More on CIA torture flights

The flights are run by the highly secret CIA Counter Terrorist Intelligence Centre, CTIC, at Langley.

“If a strong psychological interrogation with some physical force is required, a detainee is flown to Jordan. If a suspect is to be interrogated in between periods of strong physical force, he is sent to Egypt. For the most severe of torture for information, he is sent to Uzbekistan where he is killed after he can reveal no more”, a senior Mossad officer said.

Craig Murray, when British ambassador to Uzbekistan, wrote in a memo to Jack Straw, Britain’s Foreign Secretary in November 2004: “The CIA chief in this country acknowledged to me that torture of those rendered includes the boiling in vats of prisoners”.

Those at CIA responsible for these atrocities should be in prison. And maybe one day they will be.

  • torture of those rendered includes the boiling in vats of prisoners

    To make the obvious sick joke, I guess this is why they call it “rendering.” “Sick fuckers” doesn’t begin to describe these people, and by “these people” I’m referring to a lot more than the Uzbeks.

  • kerry

    I just read an interesting book on this topic called American Methods. It details the United States long history of torture and abuse. More info below:

    Closing Gitmo is only the start. Find out why in American Methods

    Available From South End Press

    American Methods: Torture and the Logic of Domination
    by Kristian Williams

    The US “should cease to detain any person at Guantánamo Bay and close
    this detention facility,” proclaimed the United Nations Committee Against

    The call to close Guantánamo Bay is important, but to view Gitmo as a bad
    apple is to ignore the rest of the report, which is deeply critical of the US
    relationship with torture.

    The committee also:

    * said that the US should end interrogation techniques “including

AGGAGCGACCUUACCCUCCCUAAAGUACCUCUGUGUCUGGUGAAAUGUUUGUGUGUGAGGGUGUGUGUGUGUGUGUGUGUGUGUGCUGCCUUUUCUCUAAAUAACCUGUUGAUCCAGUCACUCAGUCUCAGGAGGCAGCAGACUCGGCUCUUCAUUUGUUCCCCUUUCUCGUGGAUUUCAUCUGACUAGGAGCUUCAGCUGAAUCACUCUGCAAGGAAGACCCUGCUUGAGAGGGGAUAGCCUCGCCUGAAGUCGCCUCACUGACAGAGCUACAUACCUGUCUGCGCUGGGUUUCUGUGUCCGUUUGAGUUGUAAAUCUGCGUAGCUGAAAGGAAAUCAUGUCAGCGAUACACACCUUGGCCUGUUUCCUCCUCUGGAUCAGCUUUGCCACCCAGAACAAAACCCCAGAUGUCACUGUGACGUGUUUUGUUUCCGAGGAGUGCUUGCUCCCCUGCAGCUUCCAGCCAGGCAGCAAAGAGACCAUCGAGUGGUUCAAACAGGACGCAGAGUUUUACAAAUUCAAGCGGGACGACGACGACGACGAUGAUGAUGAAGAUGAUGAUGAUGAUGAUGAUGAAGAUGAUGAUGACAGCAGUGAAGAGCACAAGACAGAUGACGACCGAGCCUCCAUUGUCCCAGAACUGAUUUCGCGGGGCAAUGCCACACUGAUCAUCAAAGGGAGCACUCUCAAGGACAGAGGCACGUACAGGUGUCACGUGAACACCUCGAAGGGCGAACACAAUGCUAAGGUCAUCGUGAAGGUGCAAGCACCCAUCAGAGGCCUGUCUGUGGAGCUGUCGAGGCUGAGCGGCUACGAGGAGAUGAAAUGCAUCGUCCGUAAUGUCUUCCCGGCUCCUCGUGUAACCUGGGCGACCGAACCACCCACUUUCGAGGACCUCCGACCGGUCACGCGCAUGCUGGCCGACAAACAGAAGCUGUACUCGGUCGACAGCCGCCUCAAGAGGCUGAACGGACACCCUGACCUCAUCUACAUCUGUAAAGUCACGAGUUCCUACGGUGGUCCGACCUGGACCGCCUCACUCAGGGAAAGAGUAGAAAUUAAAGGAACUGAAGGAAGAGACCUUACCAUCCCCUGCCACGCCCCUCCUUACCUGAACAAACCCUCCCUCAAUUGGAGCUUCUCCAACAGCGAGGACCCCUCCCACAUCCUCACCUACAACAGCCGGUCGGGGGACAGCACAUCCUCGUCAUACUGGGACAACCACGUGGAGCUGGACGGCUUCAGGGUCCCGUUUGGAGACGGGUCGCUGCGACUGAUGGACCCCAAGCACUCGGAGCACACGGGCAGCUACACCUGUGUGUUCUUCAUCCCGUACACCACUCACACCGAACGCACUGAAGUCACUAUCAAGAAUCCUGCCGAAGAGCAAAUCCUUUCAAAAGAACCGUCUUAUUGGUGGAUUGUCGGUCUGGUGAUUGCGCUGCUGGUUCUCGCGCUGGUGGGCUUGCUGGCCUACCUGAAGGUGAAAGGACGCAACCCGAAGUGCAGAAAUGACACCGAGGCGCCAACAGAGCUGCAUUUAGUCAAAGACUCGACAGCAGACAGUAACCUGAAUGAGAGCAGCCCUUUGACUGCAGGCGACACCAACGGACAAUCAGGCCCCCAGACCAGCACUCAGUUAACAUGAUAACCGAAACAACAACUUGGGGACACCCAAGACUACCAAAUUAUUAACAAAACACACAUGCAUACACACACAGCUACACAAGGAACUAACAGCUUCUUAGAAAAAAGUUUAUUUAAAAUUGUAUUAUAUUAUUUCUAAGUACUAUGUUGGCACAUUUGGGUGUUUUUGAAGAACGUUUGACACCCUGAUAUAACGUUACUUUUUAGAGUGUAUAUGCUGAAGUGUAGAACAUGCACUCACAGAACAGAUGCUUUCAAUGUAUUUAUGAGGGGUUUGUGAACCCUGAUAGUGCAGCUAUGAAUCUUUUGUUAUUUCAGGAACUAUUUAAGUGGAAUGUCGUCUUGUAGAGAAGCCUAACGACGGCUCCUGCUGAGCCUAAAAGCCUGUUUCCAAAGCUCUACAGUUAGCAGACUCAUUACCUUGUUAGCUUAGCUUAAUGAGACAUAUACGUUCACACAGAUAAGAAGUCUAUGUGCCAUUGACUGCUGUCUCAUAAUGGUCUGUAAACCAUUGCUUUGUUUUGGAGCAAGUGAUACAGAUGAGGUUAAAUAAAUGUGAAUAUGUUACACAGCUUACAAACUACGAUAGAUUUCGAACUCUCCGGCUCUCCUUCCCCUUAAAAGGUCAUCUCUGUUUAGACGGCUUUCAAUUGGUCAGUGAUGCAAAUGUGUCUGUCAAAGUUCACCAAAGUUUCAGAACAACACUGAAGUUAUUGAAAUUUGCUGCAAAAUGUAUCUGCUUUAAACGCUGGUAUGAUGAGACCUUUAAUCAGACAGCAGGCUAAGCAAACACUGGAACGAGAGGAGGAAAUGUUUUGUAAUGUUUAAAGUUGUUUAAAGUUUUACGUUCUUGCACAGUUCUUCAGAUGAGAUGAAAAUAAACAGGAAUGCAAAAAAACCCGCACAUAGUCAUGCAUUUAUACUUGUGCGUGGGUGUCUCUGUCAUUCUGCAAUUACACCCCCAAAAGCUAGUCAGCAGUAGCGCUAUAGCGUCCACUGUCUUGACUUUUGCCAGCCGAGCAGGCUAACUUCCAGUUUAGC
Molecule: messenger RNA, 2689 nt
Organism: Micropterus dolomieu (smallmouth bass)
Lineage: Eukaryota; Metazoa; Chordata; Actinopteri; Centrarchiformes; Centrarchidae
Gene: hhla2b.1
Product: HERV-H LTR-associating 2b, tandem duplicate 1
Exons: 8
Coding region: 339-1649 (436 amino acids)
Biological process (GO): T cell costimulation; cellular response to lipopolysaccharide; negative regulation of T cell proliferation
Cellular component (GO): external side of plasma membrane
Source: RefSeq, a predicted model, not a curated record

methods involving sexual humiliation, ‘water boarding,’ ‘short shackling’
    and using dogs to induce fear”
    * questioned the lack of prosecution of those involved in the Chicago
    Police Area 2 and 3 torture “scandals”
    * challenged the use of prolonged isolation in SuperMax prisons.

    The fact that the report called into question practices in military detention
    camps, US prisons, and US police stations comes as no surprise to Kristian
    Williams, author of *American Methods: Torture and the Logic of Domination*.

    “The UN report, damning as it is, really just hits the largest targets—the
    most widespread practices, the most well-documented cases. What I
    found in the course of my research is that the sort of abuse the UN
    condemns aren’t just add-ons. They’re characteristic of the operations of
    American power, whether at the hands of law enforcement within our
    borders or of soldiers overseas.”

    It is this everday quality of state violence that launches Kristian Williams’s
    extensively researched and annotated new book *American Methods*. And
    Williams’s rigerous audit of the US record in underwriting human rights
    violations around the globe–at home and abroad–doesn’t stop at what,
    but explores why. What emerges is the distinct character of American
    torture, particularly its emphasis on sexual violence, misogyny, and
    racialized spectacle.

    “Torture is nothing new for the US. My book looks at the past 25 years,
    but it would clearly be possible to trace it further back, all the way to the
    Colonial period. One thing that really stands out if you examine the
    country’s record is the use of sexual violence as a model and method of
    maintaining state power. The UN report also highlights the sexual aspect of
    torture, but the report’s questions are mainly, ‘What abuses are occurring?’
    and ‘Do they violate the Convention Against Torture?,’ whereas I was also
    asking, ‘What does torture say about our society?’ and ‘What does it show
    us about the nature of state power?'”

    * * *
    Support Independent Media and get American Methods at 25% off the
    cover price when you get it online from the South End Press website
    through June 30th. (
    * * *

    Kristian Williams’s writings have appeared in CounterPunch, Columbia
    Journalism Review, and We Are Everywhere: The Irresistible Rise of Global
    Anti-Capitalism (2003). A member of Rose City Copwatch in Portland,
    Oregon, Williams also authored Our Enemies in Blue (2004).
    read. write. revolt.

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